One of the reasons for a lack of representation could be societal taboo, and a misleading idea that illness and disability have to be hidden from public knowledge. Have you ever thought how many artists of the 20thcentury might have had depression, or any other mental illnesses? What about physical disabilities? Museums still present collections of paintings or sculptures without giving all the information on the identity of the artist to the public, even if the artist has publicly disclosed those. Why would that be necessary? Visiting a museum is not only to educate or amuse ourselves, but also sometimes to find our identity, to connect with others and to get to know ourselves better in the end of the day, or the visit!
Representing artists with disabilities or illnesses is representing the whole of the people living in today’s society.
Even in the 21st century, a century characterized by drastic changes in many domains, such as politics, education, or human rights, artists with disabilities still try to become visible in a society that unfortunately does not always offer that possibility. Various associations do their best so that all voices are heard and eventually museums are becoming more inclusive and representative. It is not only important to give access to disabled visitors, but also to present the work of disabled artists. This is called social equality and there is still a long way before it is achieved. By giving to the public a chance to engage with the identity of the artist, museums could play a vital role in the social evolution in terms of human rights.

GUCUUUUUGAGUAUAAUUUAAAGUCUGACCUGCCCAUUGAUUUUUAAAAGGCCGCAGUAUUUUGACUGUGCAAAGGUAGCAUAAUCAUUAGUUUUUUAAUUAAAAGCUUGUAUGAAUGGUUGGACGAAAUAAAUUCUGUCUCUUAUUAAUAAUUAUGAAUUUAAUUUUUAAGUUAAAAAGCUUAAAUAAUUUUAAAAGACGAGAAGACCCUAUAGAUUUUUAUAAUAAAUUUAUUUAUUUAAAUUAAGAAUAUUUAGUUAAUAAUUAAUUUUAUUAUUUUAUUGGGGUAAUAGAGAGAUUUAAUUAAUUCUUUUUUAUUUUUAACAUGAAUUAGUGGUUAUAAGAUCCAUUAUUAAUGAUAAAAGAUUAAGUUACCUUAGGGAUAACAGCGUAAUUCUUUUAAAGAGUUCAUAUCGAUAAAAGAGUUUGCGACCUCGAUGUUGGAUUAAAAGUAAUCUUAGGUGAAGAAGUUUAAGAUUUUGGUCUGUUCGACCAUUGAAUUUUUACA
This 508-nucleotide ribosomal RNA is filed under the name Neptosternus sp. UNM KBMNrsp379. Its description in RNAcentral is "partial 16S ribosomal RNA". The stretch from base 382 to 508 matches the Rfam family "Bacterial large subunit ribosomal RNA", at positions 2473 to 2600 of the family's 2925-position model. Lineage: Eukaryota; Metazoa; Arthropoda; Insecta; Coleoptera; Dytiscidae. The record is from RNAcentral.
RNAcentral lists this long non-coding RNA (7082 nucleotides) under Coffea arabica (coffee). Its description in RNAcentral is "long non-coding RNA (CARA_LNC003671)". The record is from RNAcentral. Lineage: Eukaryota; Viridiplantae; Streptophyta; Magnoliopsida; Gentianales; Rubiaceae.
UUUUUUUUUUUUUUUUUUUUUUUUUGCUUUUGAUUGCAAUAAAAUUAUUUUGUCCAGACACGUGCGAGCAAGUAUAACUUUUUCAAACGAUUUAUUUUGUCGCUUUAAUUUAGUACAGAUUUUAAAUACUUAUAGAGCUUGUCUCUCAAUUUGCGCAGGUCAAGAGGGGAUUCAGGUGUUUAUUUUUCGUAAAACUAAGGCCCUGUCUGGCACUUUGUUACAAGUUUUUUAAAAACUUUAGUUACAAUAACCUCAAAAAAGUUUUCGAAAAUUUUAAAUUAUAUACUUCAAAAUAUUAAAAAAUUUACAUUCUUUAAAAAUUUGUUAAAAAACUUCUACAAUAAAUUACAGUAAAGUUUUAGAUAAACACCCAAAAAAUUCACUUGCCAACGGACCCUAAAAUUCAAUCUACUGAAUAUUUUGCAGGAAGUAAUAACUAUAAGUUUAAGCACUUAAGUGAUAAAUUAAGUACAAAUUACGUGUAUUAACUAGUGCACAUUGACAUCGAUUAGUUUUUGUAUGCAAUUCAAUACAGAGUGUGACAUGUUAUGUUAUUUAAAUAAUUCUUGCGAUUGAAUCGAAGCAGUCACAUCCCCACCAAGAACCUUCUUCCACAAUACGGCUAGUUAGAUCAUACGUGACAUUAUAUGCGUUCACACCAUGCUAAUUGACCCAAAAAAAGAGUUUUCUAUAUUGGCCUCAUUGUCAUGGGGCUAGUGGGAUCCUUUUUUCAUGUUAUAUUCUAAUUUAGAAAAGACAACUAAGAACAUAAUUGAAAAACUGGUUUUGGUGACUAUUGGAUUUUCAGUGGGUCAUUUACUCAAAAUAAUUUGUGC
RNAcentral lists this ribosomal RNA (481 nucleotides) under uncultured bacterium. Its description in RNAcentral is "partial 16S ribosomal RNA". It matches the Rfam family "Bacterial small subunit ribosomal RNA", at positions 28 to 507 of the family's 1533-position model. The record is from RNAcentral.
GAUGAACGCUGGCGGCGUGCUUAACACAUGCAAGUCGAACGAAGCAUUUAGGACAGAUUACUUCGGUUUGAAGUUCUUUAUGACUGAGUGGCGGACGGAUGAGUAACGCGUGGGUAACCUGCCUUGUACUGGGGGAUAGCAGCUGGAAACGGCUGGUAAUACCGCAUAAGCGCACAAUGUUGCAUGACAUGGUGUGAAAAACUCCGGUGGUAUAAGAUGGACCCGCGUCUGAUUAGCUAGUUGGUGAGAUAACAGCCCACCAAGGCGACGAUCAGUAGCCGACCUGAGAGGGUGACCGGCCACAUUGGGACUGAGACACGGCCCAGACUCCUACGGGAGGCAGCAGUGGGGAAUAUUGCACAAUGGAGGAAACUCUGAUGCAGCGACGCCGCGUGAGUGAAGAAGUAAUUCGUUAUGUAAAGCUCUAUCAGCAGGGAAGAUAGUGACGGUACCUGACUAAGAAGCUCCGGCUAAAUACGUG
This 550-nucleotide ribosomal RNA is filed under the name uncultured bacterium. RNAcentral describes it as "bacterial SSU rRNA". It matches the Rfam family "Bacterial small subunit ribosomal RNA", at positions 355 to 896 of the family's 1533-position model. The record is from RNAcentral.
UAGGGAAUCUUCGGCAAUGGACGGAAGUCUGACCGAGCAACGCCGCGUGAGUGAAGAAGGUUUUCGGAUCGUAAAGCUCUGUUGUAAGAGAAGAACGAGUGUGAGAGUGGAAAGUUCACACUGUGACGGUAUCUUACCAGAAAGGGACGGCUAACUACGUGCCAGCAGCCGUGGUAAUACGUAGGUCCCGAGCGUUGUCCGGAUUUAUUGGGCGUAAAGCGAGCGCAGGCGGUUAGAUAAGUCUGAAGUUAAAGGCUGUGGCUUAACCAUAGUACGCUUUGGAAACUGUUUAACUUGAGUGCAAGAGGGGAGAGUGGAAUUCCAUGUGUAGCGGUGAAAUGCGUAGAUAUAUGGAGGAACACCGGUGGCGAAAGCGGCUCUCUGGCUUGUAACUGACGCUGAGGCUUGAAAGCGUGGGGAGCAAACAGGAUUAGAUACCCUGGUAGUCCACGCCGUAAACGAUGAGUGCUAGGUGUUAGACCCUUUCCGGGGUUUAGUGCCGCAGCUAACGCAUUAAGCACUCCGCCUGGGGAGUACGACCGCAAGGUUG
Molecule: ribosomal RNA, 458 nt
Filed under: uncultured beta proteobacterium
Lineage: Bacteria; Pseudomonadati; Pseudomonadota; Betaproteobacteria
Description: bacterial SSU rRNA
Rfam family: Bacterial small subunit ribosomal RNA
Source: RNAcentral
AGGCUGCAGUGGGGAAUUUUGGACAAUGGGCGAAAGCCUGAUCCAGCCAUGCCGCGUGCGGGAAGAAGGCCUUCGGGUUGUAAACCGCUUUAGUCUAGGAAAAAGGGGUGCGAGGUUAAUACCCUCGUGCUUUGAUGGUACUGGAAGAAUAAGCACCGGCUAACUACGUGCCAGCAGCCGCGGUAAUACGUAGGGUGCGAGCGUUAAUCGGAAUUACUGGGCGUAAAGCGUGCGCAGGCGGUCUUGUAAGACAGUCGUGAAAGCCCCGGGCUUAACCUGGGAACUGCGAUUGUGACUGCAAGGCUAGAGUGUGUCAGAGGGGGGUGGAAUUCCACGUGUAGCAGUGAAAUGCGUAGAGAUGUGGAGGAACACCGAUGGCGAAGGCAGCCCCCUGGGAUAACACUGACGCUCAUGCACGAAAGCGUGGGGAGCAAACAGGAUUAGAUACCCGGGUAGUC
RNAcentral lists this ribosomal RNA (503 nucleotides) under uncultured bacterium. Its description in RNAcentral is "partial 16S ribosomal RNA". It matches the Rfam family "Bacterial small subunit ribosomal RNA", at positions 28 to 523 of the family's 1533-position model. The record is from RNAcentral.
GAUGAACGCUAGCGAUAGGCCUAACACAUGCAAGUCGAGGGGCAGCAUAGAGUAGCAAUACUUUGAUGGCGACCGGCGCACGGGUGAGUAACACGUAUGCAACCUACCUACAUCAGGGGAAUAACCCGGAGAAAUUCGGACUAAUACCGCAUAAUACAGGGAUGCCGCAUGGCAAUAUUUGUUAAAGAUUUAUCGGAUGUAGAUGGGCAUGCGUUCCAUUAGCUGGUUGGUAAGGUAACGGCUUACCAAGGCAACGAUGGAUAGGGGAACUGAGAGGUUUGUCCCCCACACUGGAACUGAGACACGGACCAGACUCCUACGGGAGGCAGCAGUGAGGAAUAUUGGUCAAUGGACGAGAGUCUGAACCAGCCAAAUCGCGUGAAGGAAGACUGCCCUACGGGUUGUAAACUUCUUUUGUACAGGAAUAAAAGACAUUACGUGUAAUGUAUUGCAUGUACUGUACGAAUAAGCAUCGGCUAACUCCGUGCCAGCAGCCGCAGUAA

The importance of a masterpiece is not only measured by its artistic value, but also by its cultural impact. Does it offer the chance to a visitor for overall thinking and personal representation, or it is just another beautiful painting or sculpture to admire?
Visiting a museum of contemporary art for example could be an intriguing way for the public not only to discover new masterpieces and artists, but also to identify themselves through the art, through the identity of the artist. Everyone is unique in their own way and art is the representation of that uniqueness and authenticity. As soon as more museums start having on display the work of people having disabilities, more visitors can become familiar with that aspect of life and with how art is an inner necessity and can serve as a tool for everyone to express themselves. Shouldn’t cultural institutions start presenting artworks in a way that it is the identity of the artist represented, not just the masterpiece? How could anyone truly admire someone’s work if they do not get to know the creator? Considering the impact that an exhibition might have on the visitors, it might be time to think of the kind of visitors a museum would like to have. Passive admirers or thinkers and activists? People who feel represented or people who feel excluded from culture and therefore everyday life? What is actually the aim of a cultural institution? To just provide us with historical information or to be present in a society in which being visible is not always guaranteed?
Evangelia Valliou is a museum researcher and the 2021/2022 The Lyme Museum volunteer.